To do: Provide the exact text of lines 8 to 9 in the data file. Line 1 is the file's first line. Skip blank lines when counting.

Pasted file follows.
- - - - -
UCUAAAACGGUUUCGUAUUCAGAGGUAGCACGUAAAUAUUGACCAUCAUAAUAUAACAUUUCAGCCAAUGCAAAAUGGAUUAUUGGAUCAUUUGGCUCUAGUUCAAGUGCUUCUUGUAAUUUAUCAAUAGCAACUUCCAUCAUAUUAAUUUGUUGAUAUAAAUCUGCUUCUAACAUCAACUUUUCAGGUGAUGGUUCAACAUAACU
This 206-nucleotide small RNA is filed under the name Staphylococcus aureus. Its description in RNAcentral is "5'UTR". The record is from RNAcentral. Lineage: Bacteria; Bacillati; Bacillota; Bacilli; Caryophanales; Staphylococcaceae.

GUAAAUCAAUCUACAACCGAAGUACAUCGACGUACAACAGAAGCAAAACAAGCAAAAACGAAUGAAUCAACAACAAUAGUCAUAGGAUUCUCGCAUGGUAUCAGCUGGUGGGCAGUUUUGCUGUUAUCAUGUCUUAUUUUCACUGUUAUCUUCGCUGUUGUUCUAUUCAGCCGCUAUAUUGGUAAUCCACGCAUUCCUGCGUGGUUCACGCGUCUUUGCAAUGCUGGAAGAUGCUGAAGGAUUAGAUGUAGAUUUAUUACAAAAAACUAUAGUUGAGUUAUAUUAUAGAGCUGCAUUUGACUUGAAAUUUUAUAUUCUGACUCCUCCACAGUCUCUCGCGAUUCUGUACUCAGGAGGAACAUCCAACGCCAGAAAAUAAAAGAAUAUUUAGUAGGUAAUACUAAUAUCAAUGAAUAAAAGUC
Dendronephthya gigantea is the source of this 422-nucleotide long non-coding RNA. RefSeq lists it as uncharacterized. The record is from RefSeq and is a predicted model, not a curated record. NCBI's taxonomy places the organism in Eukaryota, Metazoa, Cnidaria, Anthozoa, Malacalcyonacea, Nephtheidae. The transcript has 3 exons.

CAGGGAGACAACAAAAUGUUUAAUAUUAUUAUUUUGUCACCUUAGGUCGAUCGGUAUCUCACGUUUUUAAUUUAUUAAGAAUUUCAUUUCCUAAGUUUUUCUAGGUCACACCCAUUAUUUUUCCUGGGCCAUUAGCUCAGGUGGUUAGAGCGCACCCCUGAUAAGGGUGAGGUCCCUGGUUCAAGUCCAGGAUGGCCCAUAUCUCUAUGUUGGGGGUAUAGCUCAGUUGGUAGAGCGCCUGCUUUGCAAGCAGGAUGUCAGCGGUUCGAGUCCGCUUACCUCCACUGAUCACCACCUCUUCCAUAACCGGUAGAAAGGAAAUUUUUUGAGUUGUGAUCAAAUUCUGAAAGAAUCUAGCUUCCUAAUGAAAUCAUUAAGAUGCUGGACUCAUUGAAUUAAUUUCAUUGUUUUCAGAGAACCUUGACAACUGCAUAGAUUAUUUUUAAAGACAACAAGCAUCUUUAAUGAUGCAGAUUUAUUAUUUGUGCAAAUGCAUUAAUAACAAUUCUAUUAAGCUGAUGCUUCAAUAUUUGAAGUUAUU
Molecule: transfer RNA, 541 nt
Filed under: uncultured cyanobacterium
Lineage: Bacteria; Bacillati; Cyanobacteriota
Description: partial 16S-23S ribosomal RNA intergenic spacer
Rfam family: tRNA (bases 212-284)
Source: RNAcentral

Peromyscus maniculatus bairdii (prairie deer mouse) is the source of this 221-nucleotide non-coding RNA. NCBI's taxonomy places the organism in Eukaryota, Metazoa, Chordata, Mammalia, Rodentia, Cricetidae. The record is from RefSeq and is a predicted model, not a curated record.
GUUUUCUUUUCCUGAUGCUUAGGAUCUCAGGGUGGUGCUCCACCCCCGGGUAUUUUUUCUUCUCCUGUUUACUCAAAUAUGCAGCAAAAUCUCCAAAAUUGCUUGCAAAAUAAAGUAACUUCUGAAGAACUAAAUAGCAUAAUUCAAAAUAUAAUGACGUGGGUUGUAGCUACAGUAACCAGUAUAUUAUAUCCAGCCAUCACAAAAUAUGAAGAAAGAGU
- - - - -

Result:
Lineage: Bacteria; Bacillati; Cyanobacteriota
Description: partial 16S-23S ribosomal RNA intergenic spacer